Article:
About one mile after rejoining the A9, after the Pitlochry section, I could see a figure running towards me, and on getting closer I recognised that unmistakable running style; it was Ian Moncur. I knew he was pleased to see me, as he began jumping up and down, waving his arms in the air and shouting at the top of his voice, “where the hell have you been?”. I had asked Ian prior to the run if he would like to run a section, and he readily agreed, so earlier in the day I had asked Graham to telephone him to let him know my location, so that he could plan a meeting. Unfortunately Graham gave him a very optimistic estimate of my arrival time at Ballinluig, so he had expected to meet us some three hours earlier. Ian ran with me for two hours, down to Dunkeld turn off, by which time it was quite late. I left the A9 soon after to go to Bankfoot, where we finished at 11 pm, with a total of 81.8 miles for the day. In view of this late finish, Mike suggested, what I had also been considering; that I start one hour earlier in the mornings.
There were no hot showers at our night stop, at Scone Palace Caravan Park near Perth, so we did without. Next morning I began running at 5.12am, and only covered 17.5 miles in the first session to Glenfarg. I was coping with the run, but getting weaker daily, and certainly not adapting to it, as some people suggested would happen. My cold had progressed into bronchitis, which was rather worrying.
Adrian Stott from Edinburgh joined me about five miles before my next stop at Hill of Beath. It cheered me up a lot to have his company. I developed a nose-bleed, the first of many, so I had to run along spattered in blood, and with a wad of toilet tissue in my nostril to stop the flow; just another nuisance. As we approached the Forth Road Bridge, snow began to fall, and there was a very strong East wind. Isobel passed us on the bridge, and so was able to video us coming off the other side. Adrian ran with me round the Edinburgh Bypass, which was very busy, and extremely nerve racking to run on, due to the fast and heavy traffic. We were both very relieved to get off and head for Penicuik. I observed at my next toilet stop, in some roadside cover, that as the day before, there was evidence of intestinal blood loss; something else to try and remedy. Adrian left us at Leadburn Inn, with best wishes for our “history in the making” event, and a flask of fresh tea plus a £5 donation from the Inn staff.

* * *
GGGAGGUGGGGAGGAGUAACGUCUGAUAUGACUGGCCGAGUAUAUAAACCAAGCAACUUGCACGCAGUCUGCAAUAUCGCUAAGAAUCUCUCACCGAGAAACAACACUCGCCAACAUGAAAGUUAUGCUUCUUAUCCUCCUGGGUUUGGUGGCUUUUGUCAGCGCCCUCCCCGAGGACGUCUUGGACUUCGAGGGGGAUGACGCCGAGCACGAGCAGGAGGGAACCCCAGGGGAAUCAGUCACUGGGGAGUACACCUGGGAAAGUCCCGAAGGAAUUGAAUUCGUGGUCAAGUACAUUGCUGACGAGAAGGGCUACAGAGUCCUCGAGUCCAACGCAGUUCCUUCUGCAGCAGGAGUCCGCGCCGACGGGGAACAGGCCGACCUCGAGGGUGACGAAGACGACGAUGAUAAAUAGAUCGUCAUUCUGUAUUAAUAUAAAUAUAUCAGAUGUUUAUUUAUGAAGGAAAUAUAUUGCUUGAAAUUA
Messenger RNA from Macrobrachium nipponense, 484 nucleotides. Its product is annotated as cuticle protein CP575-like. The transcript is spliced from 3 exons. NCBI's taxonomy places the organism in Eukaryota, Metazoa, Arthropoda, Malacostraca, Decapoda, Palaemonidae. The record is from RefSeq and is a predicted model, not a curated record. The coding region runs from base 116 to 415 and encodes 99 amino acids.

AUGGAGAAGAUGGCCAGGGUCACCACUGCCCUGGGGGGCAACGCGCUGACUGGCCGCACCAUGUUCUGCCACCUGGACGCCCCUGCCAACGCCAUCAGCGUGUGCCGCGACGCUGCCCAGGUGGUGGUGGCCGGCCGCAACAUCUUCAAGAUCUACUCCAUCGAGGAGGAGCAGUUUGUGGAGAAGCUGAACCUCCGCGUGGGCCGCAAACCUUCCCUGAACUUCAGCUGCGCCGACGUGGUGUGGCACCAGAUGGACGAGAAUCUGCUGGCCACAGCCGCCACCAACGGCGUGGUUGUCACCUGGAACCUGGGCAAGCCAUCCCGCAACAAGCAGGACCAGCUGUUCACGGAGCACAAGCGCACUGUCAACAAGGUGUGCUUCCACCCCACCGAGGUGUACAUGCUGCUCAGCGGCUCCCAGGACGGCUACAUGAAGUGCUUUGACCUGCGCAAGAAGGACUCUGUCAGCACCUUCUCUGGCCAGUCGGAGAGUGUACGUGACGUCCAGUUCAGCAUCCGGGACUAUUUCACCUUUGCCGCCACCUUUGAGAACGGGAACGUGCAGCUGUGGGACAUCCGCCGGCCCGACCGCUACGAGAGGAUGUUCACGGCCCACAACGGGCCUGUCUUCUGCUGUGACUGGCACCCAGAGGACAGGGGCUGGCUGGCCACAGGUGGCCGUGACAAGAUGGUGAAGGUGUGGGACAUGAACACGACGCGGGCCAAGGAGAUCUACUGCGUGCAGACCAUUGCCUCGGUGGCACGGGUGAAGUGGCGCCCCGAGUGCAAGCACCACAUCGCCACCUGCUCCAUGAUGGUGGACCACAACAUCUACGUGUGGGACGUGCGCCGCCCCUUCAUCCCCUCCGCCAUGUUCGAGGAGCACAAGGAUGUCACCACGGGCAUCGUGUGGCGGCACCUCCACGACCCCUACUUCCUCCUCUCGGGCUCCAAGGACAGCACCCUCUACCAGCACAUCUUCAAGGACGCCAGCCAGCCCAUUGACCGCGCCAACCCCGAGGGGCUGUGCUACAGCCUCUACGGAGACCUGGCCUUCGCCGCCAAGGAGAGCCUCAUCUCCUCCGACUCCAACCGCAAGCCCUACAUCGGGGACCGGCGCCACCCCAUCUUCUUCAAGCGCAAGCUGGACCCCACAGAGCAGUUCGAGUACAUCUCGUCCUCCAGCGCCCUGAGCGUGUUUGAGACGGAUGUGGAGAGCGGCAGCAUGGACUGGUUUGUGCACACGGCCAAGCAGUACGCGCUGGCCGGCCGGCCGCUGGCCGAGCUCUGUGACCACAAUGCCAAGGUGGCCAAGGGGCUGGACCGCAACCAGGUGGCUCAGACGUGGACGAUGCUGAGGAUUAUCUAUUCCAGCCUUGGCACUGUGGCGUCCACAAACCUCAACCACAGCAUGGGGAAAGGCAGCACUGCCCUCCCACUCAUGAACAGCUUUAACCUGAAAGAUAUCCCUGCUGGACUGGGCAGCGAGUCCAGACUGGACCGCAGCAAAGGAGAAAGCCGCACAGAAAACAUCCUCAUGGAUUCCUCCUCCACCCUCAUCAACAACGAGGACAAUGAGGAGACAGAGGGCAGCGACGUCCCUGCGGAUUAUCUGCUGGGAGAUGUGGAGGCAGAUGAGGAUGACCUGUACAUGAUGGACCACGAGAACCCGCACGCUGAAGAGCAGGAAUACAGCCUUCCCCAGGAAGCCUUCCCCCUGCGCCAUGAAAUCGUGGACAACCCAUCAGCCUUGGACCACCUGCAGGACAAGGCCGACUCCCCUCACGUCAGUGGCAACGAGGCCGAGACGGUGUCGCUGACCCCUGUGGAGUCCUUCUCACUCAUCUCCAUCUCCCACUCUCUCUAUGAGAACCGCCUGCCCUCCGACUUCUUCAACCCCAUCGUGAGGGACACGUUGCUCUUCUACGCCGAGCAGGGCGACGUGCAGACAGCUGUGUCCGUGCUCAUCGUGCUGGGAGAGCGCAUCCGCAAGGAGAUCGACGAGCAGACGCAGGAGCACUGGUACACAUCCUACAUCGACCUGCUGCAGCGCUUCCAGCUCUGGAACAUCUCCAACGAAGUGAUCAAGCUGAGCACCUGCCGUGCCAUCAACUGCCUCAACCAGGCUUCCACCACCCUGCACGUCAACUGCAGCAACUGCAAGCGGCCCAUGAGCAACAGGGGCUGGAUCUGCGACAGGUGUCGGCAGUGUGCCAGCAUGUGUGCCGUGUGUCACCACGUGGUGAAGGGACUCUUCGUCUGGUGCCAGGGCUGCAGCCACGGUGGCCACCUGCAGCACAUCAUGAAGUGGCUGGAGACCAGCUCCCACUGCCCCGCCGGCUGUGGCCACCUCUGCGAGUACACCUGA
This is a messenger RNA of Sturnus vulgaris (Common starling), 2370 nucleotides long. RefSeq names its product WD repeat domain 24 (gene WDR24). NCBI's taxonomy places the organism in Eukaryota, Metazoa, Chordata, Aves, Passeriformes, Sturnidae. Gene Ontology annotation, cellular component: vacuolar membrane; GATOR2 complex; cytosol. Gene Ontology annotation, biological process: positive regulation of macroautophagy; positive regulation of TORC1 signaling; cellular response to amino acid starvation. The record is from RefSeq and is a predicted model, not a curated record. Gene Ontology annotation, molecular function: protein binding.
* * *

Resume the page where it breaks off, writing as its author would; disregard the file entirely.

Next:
More snow fell on my next session down to and through Peebles, where I missed the most direct route onto the B7062 road. With the drop in altitude the snow turned to sleet. Somewhere on the narrow road, as mike and I ran along in the light from the van behind us, the lights suddenly veered to the right. Mike and I turned to see what had happened and saw that the van was off the road on the right hand side. Donald had fallen asleep while driving at such a slow speed. Thankfully there was no ditch and we were able to get the van back onto the road. I finished by Traquair House at 10.26pm, having covered 80.6 miles. It was quite a long drive to the Caravan Park at Tushielaw Inn, made difficult due to the snow on the B709 road, as we followed it over the hills. Again there were no hot showers, and it was after midnight by the time we had finished our ‘evening’ meal.
Later that morning, at 4.00am, we had to push the Macallan Van off the site, as the tyres were slipping on the slushy and muddy grass. I began running from last night’s stopping place at 5.16am, and soon faced a long climb over to the A708 junction, and then another climb, over to Tushielaw. The roads had a covering of snow, and it was quite therapeutic running through this quiet countryside, apart from sheep, as dawn broke.
Mike and Donald took turns at driving and sleeping, so that they would be fresher later in the day. I followed the meandering B709 on to Eskdalemuir, then down into Langholm, and we left the hills behind us, as the flat country around the Solway Firth spread out before us. I crossed the English border in the late afternoon, which gave me a morale boost.